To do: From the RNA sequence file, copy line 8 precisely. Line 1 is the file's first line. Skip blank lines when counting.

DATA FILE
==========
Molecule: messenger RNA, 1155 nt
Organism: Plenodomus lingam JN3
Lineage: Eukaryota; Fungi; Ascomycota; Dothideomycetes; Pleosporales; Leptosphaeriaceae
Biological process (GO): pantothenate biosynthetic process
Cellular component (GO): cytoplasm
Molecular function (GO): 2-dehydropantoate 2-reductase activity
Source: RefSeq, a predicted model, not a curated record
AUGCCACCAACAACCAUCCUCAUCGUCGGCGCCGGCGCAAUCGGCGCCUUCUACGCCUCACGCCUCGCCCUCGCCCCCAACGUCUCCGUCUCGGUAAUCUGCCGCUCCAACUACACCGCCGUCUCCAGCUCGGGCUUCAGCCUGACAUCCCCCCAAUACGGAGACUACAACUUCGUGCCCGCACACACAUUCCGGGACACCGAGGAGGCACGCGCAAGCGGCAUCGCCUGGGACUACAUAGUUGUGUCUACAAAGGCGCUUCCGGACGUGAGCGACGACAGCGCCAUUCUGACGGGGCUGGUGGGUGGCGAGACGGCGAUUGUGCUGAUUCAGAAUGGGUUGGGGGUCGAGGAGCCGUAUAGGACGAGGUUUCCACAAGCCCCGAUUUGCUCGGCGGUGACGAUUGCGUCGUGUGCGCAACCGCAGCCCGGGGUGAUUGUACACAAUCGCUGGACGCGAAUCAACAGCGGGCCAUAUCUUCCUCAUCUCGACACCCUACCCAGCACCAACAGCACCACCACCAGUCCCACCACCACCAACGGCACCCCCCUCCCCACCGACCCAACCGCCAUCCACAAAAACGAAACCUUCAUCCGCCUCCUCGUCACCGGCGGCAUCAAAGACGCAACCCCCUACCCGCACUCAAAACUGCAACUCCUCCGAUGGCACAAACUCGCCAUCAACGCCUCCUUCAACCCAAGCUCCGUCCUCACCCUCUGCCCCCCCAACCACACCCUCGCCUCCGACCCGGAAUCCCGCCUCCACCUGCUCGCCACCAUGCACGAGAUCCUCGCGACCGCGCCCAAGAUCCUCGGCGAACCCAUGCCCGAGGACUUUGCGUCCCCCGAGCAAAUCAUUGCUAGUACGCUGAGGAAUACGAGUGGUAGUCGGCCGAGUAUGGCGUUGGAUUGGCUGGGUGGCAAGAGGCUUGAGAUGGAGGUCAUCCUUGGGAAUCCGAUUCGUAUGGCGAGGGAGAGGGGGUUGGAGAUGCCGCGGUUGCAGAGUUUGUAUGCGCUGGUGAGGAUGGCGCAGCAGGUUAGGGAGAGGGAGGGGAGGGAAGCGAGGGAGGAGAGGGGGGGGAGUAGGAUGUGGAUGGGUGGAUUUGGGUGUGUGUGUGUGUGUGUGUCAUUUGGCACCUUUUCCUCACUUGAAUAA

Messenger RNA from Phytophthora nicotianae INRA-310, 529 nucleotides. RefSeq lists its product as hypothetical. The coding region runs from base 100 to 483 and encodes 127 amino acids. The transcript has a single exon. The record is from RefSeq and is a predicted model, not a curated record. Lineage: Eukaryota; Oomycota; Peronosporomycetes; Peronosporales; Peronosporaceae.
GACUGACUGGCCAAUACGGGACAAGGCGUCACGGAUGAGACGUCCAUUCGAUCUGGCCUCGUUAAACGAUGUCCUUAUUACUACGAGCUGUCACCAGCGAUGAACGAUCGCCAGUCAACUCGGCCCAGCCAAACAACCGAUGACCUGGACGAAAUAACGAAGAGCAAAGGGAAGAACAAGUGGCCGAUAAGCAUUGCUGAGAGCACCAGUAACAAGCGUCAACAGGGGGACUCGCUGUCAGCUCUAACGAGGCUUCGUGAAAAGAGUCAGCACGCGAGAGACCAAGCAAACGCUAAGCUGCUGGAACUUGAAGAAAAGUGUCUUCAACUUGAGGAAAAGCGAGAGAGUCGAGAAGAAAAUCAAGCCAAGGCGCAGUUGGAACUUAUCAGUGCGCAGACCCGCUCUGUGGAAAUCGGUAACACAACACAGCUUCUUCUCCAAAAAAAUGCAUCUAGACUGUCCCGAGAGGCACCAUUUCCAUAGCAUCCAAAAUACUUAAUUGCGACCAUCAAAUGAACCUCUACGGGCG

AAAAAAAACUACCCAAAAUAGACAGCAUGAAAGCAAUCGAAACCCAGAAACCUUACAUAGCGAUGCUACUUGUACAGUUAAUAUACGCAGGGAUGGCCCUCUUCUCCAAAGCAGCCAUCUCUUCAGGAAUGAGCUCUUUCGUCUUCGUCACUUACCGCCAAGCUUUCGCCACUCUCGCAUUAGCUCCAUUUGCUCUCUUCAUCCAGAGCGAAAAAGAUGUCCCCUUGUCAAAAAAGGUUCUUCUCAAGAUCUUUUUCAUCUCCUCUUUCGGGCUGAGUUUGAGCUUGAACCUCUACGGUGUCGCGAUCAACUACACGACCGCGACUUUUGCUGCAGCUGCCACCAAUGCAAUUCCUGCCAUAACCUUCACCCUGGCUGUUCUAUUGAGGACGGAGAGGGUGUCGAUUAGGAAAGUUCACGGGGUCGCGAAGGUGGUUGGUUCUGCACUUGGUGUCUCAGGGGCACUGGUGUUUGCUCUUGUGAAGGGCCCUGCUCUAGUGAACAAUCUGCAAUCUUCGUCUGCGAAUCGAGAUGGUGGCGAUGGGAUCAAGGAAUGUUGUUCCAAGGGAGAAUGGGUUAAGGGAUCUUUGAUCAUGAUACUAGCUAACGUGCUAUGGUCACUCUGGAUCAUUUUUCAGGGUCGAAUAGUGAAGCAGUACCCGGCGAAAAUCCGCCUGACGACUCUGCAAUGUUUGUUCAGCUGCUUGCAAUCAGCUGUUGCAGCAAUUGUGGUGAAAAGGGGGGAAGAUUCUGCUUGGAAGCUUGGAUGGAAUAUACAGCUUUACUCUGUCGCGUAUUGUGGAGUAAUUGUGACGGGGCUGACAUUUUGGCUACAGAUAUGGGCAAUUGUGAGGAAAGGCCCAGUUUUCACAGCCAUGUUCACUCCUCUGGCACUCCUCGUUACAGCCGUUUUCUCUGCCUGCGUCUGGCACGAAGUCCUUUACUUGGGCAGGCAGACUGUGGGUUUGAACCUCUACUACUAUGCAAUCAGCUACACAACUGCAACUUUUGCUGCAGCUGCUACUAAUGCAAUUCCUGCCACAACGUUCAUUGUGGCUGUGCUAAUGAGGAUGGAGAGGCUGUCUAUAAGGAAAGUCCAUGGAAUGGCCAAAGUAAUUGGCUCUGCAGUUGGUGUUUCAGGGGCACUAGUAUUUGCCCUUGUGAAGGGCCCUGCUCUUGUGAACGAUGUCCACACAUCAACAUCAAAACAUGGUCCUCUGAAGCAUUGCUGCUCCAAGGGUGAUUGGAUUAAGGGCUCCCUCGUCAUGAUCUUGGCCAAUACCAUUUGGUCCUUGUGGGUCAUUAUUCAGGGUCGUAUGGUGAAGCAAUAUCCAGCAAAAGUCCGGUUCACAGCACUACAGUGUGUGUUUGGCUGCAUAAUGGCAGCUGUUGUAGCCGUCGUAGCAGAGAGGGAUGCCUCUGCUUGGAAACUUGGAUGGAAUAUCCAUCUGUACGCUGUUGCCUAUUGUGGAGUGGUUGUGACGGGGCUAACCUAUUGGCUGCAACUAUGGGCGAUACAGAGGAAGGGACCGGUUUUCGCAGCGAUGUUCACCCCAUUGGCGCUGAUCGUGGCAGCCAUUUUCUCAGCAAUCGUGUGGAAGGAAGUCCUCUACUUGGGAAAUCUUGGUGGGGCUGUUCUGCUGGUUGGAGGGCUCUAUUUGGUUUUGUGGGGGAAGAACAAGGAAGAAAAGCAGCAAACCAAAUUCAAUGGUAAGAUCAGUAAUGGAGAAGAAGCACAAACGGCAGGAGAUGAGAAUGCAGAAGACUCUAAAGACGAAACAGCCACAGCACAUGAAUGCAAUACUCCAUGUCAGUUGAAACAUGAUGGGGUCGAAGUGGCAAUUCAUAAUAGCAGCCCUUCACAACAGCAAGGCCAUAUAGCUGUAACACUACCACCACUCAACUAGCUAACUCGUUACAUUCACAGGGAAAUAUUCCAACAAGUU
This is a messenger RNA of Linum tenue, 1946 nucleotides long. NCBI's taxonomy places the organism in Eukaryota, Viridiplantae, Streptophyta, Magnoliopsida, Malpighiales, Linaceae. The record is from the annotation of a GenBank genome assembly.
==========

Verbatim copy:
AUGCCACCAACAACCAUCCUCAUCGUCGGCGCCGGCGCAAUCGGCGCCUUCUACGCCUCACGCCUCGCCCUCGCCCCCAACGUCUCCGUCUCGGUAAUCUGCCGCUCCAACUACACCGCCGUCUCCAGCUCGGGCUUCAGCCUGACAUCCCCCCAAUACGGAGACUACAACUUCGUGCCCGCACACACAUUCCGGGACACCGAGGAGGCACGCGCAAGCGGCAUCGCCUGGGACUACAUAGUUGUGUCUACAAAGGCGCUUCCGGACGUGAGCGACGACAGCGCCAUUCUGACGGGGCUGGUGGGUGGCGAGACGGCGAUUGUGCUGAUUCAGAAUGGGUUGGGGGUCGAGGAGCCGUAUAGGACGAGGUUUCCACAAGCCCCGAUUUGCUCGGCGGUGACGAUUGCGUCGUGUGCGCAACCGCAGCCCGGGGUGAUUGUACACAAUCGCUGGACGCGAAUCAACAGCGGGCCAUAUCUUCCUCAUCUCGACACCCUACCCAGCACCAACAGCACCACCACCAGUCCCACCACCACCAACGGCACCCCCCUCCCCACCGACCCAACCGCCAUCCACAAAAACGAAACCUUCAUCCGCCUCCUCGUCACCGGCGGCAUCAAAGACGCAACCCCCUACCCGCACUCAAAACUGCAACUCCUCCGAUGGCACAAACUCGCCAUCAACGCCUCCUUCAACCCAAGCUCCGUCCUCACCCUCUGCCCCCCCAACCACACCCUCGCCUCCGACCCGGAAUCCCGCCUCCACCUGCUCGCCACCAUGCACGAGAUCCUCGCGACCGCGCCCAAGAUCCUCGGCGAACCCAUGCCCGAGGACUUUGCGUCCCCCGAGCAAAUCAUUGCUAGUACGCUGAGGAAUACGAGUGGUAGUCGGCCGAGUAUGGCGUUGGAUUGGCUGGGUGGCAAGAGGCUUGAGAUGGAGGUCAUCCUUGGGAAUCCGAUUCGUAUGGCGAGGGAGAGGGGGUUGGAGAUGCCGCGGUUGCAGAGUUUGUAUGCGCUGGUGAGGAUGGCGCAGCAGGUUAGGGAGAGGGAGGGGAGGGAAGCGAGGGAGGAGAGGGGGGGGAGUAGGAUGUGGAUGGGUGGAUUUGGGUGUGUGUGUGUGUGUGUGUCAUUUGGCACCUUUUCCUCACUUGAAUAA